In response to a state mandate, all elementary students in Harvard will go back to school full time starting April 5. They will be in school five days a week, mornings and afternoons, with lunch breaks and mask breaks held outside as much as weather permits. The only exception will be the small percentage of children whose families choose to continue with remote classes.
It will be “more like a traditional schedule,” Superintendent Linda Dwight told the School Committee Monday evening. She said the schools will be asking the Harvard Public Library for permission to put up four tents on the field in front of the library for outside lunch breaks.
Also on April 5, all middle and high school students will go back to the Bromfield School for morning classes five days a week. The state commissioner informed school administrators of this timetable Tuesday.
Until now, Bromfield students have been divided into two cohorts, each attending in person two mornings a week. But as of April 5, all students—again, except for those whose families choose fully remote learning—will be back in the building five mornings a week. After going home for lunch, the Bromfield students will have afternoon classes remotely.
Then, after April vacation, the Bromfield schedule will change again. As of April 28, the state will require students in grades 6 through 8 to be back in school full time, five days a week.
The state has not yet set a date for grades 9 through 12 to return to school full time. But in Harvard, middle schoolers and high schoolers have classes in the same building and ride the same buses. So Superintendent Dwight told a public forum Tuesday evening that high school students will probably return April 28, along with the middle schoolers.
More than 200 people signed in for the Tuesday forum at which Dwight explained the state’s plan for reopening schools. Dwight emphasized that the primary goal remains the safety of both students and staff. Surveys of parents and students show a substantial majority of both groups are comfortable with the plans to return, Dwight said. And she offered the good news that about a quarter of Harvard teachers have received their first or (in the case of the Johnson & Johnson vaccine) their only dose of vaccine, while a number of other teachers have appointments lined up.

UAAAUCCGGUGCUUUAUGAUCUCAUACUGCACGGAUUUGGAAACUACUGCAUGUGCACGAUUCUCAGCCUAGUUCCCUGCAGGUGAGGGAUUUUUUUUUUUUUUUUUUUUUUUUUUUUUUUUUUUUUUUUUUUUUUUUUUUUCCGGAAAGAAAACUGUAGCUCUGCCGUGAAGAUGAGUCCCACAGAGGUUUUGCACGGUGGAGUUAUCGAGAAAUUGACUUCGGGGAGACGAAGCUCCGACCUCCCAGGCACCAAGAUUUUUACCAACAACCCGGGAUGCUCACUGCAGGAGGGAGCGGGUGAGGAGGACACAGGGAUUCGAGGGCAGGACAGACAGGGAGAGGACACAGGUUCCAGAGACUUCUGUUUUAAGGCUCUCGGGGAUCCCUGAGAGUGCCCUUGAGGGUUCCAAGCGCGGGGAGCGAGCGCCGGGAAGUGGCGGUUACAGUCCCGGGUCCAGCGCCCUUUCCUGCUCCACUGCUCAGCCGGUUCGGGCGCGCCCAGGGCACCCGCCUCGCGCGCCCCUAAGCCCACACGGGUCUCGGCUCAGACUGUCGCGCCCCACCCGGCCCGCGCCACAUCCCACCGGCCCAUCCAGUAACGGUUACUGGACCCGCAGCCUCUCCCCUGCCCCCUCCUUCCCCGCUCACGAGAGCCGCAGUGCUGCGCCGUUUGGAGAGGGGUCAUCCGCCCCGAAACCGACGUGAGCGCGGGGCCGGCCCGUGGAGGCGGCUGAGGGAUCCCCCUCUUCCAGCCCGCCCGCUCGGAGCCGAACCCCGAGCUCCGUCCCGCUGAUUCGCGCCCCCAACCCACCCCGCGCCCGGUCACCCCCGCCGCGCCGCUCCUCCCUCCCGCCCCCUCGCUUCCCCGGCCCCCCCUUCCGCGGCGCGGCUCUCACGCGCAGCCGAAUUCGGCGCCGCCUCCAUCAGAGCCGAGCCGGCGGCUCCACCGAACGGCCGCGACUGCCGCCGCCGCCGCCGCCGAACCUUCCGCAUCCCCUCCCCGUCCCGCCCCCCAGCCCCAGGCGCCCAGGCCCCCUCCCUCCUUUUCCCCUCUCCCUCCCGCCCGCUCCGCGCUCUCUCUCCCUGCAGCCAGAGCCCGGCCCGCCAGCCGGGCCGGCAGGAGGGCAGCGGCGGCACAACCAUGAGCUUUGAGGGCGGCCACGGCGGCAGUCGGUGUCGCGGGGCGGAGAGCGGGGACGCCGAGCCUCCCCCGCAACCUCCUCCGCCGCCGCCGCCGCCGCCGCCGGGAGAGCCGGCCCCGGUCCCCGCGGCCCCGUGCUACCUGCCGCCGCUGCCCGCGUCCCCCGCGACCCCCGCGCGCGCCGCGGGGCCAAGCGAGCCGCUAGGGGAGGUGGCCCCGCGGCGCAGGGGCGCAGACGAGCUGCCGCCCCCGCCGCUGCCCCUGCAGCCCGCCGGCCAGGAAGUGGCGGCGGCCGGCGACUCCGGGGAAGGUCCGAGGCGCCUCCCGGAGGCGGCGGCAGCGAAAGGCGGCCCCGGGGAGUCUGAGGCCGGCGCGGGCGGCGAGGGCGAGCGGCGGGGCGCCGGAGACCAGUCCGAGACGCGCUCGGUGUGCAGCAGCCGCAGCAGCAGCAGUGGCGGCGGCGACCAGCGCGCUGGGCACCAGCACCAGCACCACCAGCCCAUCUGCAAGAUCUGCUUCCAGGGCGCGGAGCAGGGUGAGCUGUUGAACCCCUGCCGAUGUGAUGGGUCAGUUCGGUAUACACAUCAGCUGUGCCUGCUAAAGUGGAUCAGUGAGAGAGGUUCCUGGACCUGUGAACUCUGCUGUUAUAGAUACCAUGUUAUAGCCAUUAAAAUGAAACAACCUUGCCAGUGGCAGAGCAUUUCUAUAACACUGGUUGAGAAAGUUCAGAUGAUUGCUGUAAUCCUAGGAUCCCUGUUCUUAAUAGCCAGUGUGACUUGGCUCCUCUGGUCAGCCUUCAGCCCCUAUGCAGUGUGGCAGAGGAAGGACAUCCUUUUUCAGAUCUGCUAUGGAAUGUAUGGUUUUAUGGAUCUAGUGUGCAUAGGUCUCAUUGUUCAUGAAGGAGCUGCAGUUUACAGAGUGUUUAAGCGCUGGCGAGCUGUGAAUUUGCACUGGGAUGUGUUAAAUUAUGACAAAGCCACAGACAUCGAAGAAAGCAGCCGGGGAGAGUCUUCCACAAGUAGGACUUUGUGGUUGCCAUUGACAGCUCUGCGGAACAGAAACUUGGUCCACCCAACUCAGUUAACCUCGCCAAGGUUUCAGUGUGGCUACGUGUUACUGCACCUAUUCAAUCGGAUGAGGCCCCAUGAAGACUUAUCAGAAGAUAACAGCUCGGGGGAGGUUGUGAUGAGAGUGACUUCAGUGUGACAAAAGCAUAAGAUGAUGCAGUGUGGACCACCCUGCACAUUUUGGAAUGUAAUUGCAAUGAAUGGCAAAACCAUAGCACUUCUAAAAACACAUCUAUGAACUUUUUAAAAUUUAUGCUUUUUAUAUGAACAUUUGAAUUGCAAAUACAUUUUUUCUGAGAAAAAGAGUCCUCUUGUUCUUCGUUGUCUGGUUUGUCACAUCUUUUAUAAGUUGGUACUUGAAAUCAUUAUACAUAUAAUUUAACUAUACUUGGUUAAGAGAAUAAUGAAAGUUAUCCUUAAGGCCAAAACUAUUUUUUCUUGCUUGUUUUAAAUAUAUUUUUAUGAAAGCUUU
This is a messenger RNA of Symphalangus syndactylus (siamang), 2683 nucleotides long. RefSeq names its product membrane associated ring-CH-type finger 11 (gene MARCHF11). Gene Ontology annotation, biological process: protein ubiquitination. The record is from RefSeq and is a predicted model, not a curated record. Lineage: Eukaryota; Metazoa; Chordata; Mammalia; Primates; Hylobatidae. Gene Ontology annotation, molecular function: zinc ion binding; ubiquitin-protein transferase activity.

School Committee member Suzie Allen, who is also a pediatric nurse practitioner, explained why space between desks can safely be reduced from the current 6 feet, with more students in the building at the same time. She pointed out that the 6-foot social distancing guideline was originally developed for people who were not wearing masks. With masks, droplets and aerosols that might spread COVID-19 do not travel nearly as far. And masks will still be mandatory in the reopened schools. The schools will still open windows as often as possible for greater classroom ventilation. And the weekly screening process in place since January will continue.
The Harvard schools’ weekly screening program for COVID-19 has been widely praised as a model, including in an article in The Atlantic magazine. In addition, Dwight said, Harvard has been mentoring other Massachusetts school districts that want to set up similar programs.